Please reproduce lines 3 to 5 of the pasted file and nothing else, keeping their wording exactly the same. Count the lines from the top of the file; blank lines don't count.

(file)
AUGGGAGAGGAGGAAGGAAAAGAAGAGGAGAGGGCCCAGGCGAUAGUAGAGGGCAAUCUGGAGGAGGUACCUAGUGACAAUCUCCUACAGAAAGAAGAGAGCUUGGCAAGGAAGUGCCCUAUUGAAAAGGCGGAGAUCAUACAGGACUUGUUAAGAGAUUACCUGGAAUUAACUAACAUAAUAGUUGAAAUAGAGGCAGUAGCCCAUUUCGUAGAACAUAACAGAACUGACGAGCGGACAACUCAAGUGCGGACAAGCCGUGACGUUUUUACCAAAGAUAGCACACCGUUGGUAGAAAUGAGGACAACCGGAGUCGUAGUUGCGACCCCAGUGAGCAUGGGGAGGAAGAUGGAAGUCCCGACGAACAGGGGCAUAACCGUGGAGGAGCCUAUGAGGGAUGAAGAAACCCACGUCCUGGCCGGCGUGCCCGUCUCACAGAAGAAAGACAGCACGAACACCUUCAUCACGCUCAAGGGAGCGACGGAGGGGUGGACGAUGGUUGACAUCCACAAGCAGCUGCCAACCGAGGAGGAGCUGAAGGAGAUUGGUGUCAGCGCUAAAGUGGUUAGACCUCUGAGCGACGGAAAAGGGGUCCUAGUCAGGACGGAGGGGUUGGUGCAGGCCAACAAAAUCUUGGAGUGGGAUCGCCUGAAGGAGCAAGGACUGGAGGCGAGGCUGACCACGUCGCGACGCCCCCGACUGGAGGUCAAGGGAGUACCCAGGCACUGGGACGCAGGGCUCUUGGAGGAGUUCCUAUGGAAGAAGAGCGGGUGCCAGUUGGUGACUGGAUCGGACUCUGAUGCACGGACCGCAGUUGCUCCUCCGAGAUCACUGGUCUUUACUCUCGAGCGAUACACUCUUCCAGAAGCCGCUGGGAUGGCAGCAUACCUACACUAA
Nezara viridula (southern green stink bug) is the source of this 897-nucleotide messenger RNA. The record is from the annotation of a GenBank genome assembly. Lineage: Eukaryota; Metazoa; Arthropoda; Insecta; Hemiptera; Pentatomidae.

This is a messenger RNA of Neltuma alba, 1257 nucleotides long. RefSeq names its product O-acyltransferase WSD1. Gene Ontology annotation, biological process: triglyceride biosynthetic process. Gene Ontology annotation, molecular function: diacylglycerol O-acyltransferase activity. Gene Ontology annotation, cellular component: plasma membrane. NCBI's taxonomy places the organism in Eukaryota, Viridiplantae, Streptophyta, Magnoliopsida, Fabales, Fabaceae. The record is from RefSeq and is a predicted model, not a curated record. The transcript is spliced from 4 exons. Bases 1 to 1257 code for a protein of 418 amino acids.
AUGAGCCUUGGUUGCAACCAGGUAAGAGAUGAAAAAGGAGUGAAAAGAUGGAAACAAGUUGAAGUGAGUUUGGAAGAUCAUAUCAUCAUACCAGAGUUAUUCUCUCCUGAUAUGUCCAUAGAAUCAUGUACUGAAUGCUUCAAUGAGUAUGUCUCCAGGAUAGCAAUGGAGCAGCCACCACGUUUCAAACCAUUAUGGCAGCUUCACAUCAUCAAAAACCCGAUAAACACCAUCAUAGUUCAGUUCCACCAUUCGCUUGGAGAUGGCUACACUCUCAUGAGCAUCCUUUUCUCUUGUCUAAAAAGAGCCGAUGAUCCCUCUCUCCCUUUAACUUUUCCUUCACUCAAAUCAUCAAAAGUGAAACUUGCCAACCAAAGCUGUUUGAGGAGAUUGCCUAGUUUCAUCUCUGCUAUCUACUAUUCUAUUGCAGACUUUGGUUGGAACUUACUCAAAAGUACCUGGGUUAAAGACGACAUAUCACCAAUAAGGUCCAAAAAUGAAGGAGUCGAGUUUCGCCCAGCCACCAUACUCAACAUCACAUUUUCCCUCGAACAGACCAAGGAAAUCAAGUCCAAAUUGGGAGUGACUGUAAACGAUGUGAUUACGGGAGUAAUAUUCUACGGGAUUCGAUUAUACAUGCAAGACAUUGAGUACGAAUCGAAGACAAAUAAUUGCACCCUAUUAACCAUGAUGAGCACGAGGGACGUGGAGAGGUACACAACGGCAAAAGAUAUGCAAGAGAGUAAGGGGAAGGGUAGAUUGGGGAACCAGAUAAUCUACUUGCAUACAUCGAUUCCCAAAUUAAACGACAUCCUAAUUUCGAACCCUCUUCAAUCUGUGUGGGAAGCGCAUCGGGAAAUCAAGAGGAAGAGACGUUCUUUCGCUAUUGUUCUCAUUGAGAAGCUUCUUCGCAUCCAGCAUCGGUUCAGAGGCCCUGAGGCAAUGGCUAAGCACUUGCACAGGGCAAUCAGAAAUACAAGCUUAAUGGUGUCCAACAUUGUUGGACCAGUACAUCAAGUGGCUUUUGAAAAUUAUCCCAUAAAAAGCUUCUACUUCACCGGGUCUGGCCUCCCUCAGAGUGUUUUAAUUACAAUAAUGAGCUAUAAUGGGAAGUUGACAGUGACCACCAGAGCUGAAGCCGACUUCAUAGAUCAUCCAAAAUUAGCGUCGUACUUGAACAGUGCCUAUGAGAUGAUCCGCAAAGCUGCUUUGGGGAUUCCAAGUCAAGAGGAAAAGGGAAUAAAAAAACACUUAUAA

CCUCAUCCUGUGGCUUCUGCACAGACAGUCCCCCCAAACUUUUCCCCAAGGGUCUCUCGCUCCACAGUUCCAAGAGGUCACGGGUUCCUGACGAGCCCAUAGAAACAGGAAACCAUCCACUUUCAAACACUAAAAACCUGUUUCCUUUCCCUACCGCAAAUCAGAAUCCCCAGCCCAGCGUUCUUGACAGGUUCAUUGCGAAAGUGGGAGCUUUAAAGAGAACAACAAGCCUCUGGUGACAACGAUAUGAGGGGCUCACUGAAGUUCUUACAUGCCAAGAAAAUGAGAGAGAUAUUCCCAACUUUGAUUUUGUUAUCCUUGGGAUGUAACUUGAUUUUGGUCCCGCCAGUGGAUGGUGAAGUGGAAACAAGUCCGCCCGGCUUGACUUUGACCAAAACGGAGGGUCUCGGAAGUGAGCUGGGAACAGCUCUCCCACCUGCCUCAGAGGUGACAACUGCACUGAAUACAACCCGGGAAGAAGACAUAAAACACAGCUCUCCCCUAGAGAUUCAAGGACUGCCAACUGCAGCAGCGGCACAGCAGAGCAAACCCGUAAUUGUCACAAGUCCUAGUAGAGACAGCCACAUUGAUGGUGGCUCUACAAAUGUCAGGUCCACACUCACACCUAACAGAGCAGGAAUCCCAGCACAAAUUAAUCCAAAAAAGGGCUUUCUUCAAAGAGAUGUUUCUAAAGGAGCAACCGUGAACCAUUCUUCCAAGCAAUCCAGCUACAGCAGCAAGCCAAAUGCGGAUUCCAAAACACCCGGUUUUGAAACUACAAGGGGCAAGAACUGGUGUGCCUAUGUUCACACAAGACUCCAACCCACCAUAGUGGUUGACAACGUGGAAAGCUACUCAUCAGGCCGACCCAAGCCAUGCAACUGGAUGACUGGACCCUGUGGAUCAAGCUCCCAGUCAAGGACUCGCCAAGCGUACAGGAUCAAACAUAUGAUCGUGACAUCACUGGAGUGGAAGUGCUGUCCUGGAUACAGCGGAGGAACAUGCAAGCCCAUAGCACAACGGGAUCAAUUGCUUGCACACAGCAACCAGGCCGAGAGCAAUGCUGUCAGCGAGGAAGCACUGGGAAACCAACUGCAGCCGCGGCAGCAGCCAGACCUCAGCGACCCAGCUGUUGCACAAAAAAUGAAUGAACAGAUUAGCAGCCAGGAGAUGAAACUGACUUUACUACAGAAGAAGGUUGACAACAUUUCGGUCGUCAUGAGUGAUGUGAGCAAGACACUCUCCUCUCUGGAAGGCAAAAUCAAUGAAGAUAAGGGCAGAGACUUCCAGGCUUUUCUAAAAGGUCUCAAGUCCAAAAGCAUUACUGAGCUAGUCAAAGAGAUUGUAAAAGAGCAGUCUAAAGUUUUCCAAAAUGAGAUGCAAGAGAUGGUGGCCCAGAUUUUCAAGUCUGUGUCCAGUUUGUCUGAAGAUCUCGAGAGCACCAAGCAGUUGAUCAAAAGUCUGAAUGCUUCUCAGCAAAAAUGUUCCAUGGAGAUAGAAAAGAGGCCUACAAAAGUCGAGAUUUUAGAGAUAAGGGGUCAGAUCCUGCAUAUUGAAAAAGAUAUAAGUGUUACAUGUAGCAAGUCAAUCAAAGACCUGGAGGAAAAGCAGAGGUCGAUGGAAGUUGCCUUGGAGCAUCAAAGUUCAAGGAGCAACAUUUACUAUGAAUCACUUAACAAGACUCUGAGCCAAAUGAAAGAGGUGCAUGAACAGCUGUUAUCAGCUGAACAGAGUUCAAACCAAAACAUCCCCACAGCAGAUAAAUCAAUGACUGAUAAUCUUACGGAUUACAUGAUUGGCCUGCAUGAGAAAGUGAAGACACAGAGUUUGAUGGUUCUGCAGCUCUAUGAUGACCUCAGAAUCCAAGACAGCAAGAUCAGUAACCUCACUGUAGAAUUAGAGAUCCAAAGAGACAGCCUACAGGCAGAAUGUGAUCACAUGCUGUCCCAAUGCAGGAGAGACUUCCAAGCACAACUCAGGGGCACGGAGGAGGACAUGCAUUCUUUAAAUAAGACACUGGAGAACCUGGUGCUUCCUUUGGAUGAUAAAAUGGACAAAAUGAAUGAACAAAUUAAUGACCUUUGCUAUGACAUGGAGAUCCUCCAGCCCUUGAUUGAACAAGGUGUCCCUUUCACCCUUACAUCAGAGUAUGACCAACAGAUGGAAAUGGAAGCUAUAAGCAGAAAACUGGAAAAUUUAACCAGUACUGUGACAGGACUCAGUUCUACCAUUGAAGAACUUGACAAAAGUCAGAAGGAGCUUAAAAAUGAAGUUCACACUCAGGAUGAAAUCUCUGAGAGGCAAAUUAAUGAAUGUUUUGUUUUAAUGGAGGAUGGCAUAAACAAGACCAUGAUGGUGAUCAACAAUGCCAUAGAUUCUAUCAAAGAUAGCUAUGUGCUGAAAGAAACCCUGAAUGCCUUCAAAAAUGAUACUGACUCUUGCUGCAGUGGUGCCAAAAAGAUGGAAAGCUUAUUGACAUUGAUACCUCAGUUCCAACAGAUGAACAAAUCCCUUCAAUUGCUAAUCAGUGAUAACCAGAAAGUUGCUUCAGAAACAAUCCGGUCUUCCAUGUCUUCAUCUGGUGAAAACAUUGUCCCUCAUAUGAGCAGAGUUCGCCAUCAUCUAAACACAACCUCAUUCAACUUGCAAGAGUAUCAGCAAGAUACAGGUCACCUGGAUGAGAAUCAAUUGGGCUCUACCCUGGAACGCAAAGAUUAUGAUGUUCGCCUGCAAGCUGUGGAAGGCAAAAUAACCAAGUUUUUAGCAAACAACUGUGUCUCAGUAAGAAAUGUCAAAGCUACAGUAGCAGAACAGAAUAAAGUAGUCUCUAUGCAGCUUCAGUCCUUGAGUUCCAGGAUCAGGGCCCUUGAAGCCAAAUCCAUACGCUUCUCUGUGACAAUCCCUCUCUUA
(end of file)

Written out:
This is a messenger RNA of Neltuma alba, 1257 nucleotides long. RefSeq names its product O-acyltransferase WSD1. Gene Ontology annotation, biological process: triglyceride biosynthetic process. Gene Ontology annotation, molecular function: diacylglycerol O-acyltransferase activity. Gene Ontology annotation, cellular component: plasma membrane. NCBI's taxonomy places the organism in Eukaryota, Viridiplantae, Streptophyta, Magnoliopsida, Fabales, Fabaceae. The record is from RefSeq and is a predicted model, not a curated record. The transcript is spliced from 4 exons. Bases 1 to 1257 code for a protein of 418 amino acids.
AUGAGCCUUGGUUGCAACCAGGUAAGAGAUGAAAAAGGAGUGAAAAGAUGGAAACAAGUUGAAGUGAGUUUGGAAGAUCAUAUCAUCAUACCAGAGUUAUUCUCUCCUGAUAUGUCCAUAGAAUCAUGUACUGAAUGCUUCAAUGAGUAUGUCUCCAGGAUAGCAAUGGAGCAGCCACCACGUUUCAAACCAUUAUGGCAGCUUCACAUCAUCAAAAACCCGAUAAACACCAUCAUAGUUCAGUUCCACCAUUCGCUUGGAGAUGGCUACACUCUCAUGAGCAUCCUUUUCUCUUGUCUAAAAAGAGCCGAUGAUCCCUCUCUCCCUUUAACUUUUCCUUCACUCAAAUCAUCAAAAGUGAAACUUGCCAACCAAAGCUGUUUGAGGAGAUUGCCUAGUUUCAUCUCUGCUAUCUACUAUUCUAUUGCAGACUUUGGUUGGAACUUACUCAAAAGUACCUGGGUUAAAGACGACAUAUCACCAAUAAGGUCCAAAAAUGAAGGAGUCGAGUUUCGCCCAGCCACCAUACUCAACAUCACAUUUUCCCUCGAACAGACCAAGGAAAUCAAGUCCAAAUUGGGAGUGACUGUAAACGAUGUGAUUACGGGAGUAAUAUUCUACGGGAUUCGAUUAUACAUGCAAGACAUUGAGUACGAAUCGAAGACAAAUAAUUGCACCCUAUUAACCAUGAUGAGCACGAGGGACGUGGAGAGGUACACAACGGCAAAAGAUAUGCAAGAGAGUAAGGGGAAGGGUAGAUUGGGGAACCAGAUAAUCUACUUGCAUACAUCGAUUCCCAAAUUAAACGACAUCCUAAUUUCGAACCCUCUUCAAUCUGUGUGGGAAGCGCAUCGGGAAAUCAAGAGGAAGAGACGUUCUUUCGCUAUUGUUCUCAUUGAGAAGCUUCUUCGCAUCCAGCAUCGGUUCAGAGGCCCUGAGGCAAUGGCUAAGCACUUGCACAGGGCAAUCAGAAAUACAAGCUUAAUGGUGUCCAACAUUGUUGGACCAGUACAUCAAGUGGCUUUUGAAAAUUAUCCCAUAAAAAGCUUCUACUUCACCGGGUCUGGCCUCCCUCAGAGUGUUUUAAUUACAAUAAUGAGCUAUAAUGGGAAGUUGACAGUGACCACCAGAGCUGAAGCCGACUUCAUAGAUCAUCCAAAAUUAGCGUCGUACUUGAACAGUGCCUAUGAGAUGAUCCGCAAAGCUGCUUUGGGGAUUCCAAGUCAAGAGGAAAAGGGAAUAAAAAAACACUUAUAA

CCUCAUCCUGUGGCUUCUGCACAGACAGUCCCCCCAAACUUUUCCCCAAGGGUCUCUCGCUCCACAGUUCCAAGAGGUCACGGGUUCCUGACGAGCCCAUAGAAACAGGAAACCAUCCACUUUCAAACACUAAAAACCUGUUUCCUUUCCCUACCGCAAAUCAGAAUCCCCAGCCCAGCGUUCUUGACAGGUUCAUUGCGAAAGUGGGAGCUUUAAAGAGAACAACAAGCCUCUGGUGACAACGAUAUGAGGGGCUCACUGAAGUUCUUACAUGCCAAGAAAAUGAGAGAGAUAUUCCCAACUUUGAUUUUGUUAUCCUUGGGAUGUAACUUGAUUUUGGUCCCGCCAGUGGAUGGUGAAGUGGAAACAAGUCCGCCCGGCUUGACUUUGACCAAAACGGAGGGUCUCGGAAGUGAGCUGGGAACAGCUCUCCCACCUGCCUCAGAGGUGACAACUGCACUGAAUACAACCCGGGAAGAAGACAUAAAACACAGCUCUCCCCUAGAGAUUCAAGGACUGCCAACUGCAGCAGCGGCACAGCAGAGCAAACCCGUAAUUGUCACAAGUCCUAGUAGAGACAGCCACAUUGAUGGUGGCUCUACAAAUGUCAGGUCCACACUCACACCUAACAGAGCAGGAAUCCCAGCACAAAUUAAUCCAAAAAAGGGCUUUCUUCAAAGAGAUGUUUCUAAAGGAGCAACCGUGAACCAUUCUUCCAAGCAAUCCAGCUACAGCAGCAAGCCAAAUGCGGAUUCCAAAACACCCGGUUUUGAAACUACAAGGGGCAAGAACUGGUGUGCCUAUGUUCACACAAGACUCCAACCCACCAUAGUGGUUGACAACGUGGAAAGCUACUCAUCAGGCCGACCCAAGCCAUGCAACUGGAUGACUGGACCCUGUGGAUCAAGCUCCCAGUCAAGGACUCGCCAAGCGUACAGGAUCAAACAUAUGAUCGUGACAUCACUGGAGUGGAAGUGCUGUCCUGGAUACAGCGGAGGAACAUGCAAGCCCAUAGCACAACGGGAUCAAUUGCUUGCACACAGCAACCAGGCCGAGAGCAAUGCUGUCAGCGAGGAAGCACUGGGAAACCAACUGCAGCCGCGGCAGCAGCCAGACCUCAGCGACCCAGCUGUUGCACAAAAAAUGAAUGAACAGAUUAGCAGCCAGGAGAUGAAACUGACUUUACUACAGAAGAAGGUUGACAACAUUUCGGUCGUCAUGAGUGAUGUGAGCAAGACACUCUCCUCUCUGGAAGGCAAAAUCAAUGAAGAUAAGGGCAGAGACUUCCAGGCUUUUCUAAAAGGUCUCAAGUCCAAAAGCAUUACUGAGCUAGUCAAAGAGAUUGUAAAAGAGCAGUCUAAAGUUUUCCAAAAUGAGAUGCAAGAGAUGGUGGCCCAGAUUUUCAAGUCUGUGUCCAGUUUGUCUGAAGAUCUCGAGAGCACCAAGCAGUUGAUCAAAAGUCUGAAUGCUUCUCAGCAAAAAUGUUCCAUGGAGAUAGAAAAGAGGCCUACAAAAGUCGAGAUUUUAGAGAUAAGGGGUCAGAUCCUGCAUAUUGAAAAAGAUAUAAGUGUUACAUGUAGCAAGUCAAUCAAAGACCUGGAGGAAAAGCAGAGGUCGAUGGAAGUUGCCUUGGAGCAUCAAAGUUCAAGGAGCAACAUUUACUAUGAAUCACUUAACAAGACUCUGAGCCAAAUGAAAGAGGUGCAUGAACAGCUGUUAUCAGCUGAACAGAGUUCAAACCAAAACAUCCCCACAGCAGAUAAAUCAAUGACUGAUAAUCUUACGGAUUACAUGAUUGGCCUGCAUGAGAAAGUGAAGACACAGAGUUUGAUGGUUCUGCAGCUCUAUGAUGACCUCAGAAUCCAAGACAGCAAGAUCAGUAACCUCACUGUAGAAUUAGAGAUCCAAAGAGACAGCCUACAGGCAGAAUGUGAUCACAUGCUGUCCCAAUGCAGGAGAGACUUCCAAGCACAACUCAGGGGCACGGAGGAGGACAUGCAUUCUUUAAAUAAGACACUGGAGAACCUGGUGCUUCCUUUGGAUGAUAAAAUGGACAAAAUGAAUGAACAAAUUAAUGACCUUUGCUAUGACAUGGAGAUCCUCCAGCCCUUGAUUGAACAAGGUGUCCCUUUCACCCUUACAUCAGAGUAUGACCAACAGAUGGAAAUGGAAGCUAUAAGCAGAAAACUGGAAAAUUUAACCAGUACUGUGACAGGACUCAGUUCUACCAUUGAAGAACUUGACAAAAGUCAGAAGGAGCUUAAAAAUGAAGUUCACACUCAGGAUGAAAUCUCUGAGAGGCAAAUUAAUGAAUGUUUUGUUUUAAUGGAGGAUGGCAUAAACAAGACCAUGAUGGUGAUCAACAAUGCCAUAGAUUCUAUCAAAGAUAGCUAUGUGCUGAAAGAAACCCUGAAUGCCUUCAAAAAUGAUACUGACUCUUGCUGCAGUGGUGCCAAAAAGAUGGAAAGCUUAUUGACAUUGAUACCUCAGUUCCAACAGAUGAACAAAUCCCUUCAAUUGCUAAUCAGUGAUAACCAGAAAGUUGCUUCAGAAACAAUCCGGUCUUCCAUGUCUUCAUCUGGUGAAAACAUUGUCCCUCAUAUGAGCAGAGUUCGCCAUCAUCUAAACACAACCUCAUUCAACUUGCAAGAGUAUCAGCAAGAUACAGGUCACCUGGAUGAGAAUCAAUUGGGCUCUACCCUGGAACGCAAAGAUUAUGAUGUUCGCCUGCAAGCUGUGGAAGGCAAAAUAACCAAGUUUUUAGCAAACAACUGUGUCUCAGUAAGAAAUGUCAAAGCUACAGUAGCAGAACAGAAUAAAGUAGUCUCUAUGCAGCUUCAGUCCUUGAGUUCCAGGAUCAGGGCCCUUGAAGCCAAAUCCAUACGCUUCUCUGUGACAAUCCCUCUCUUA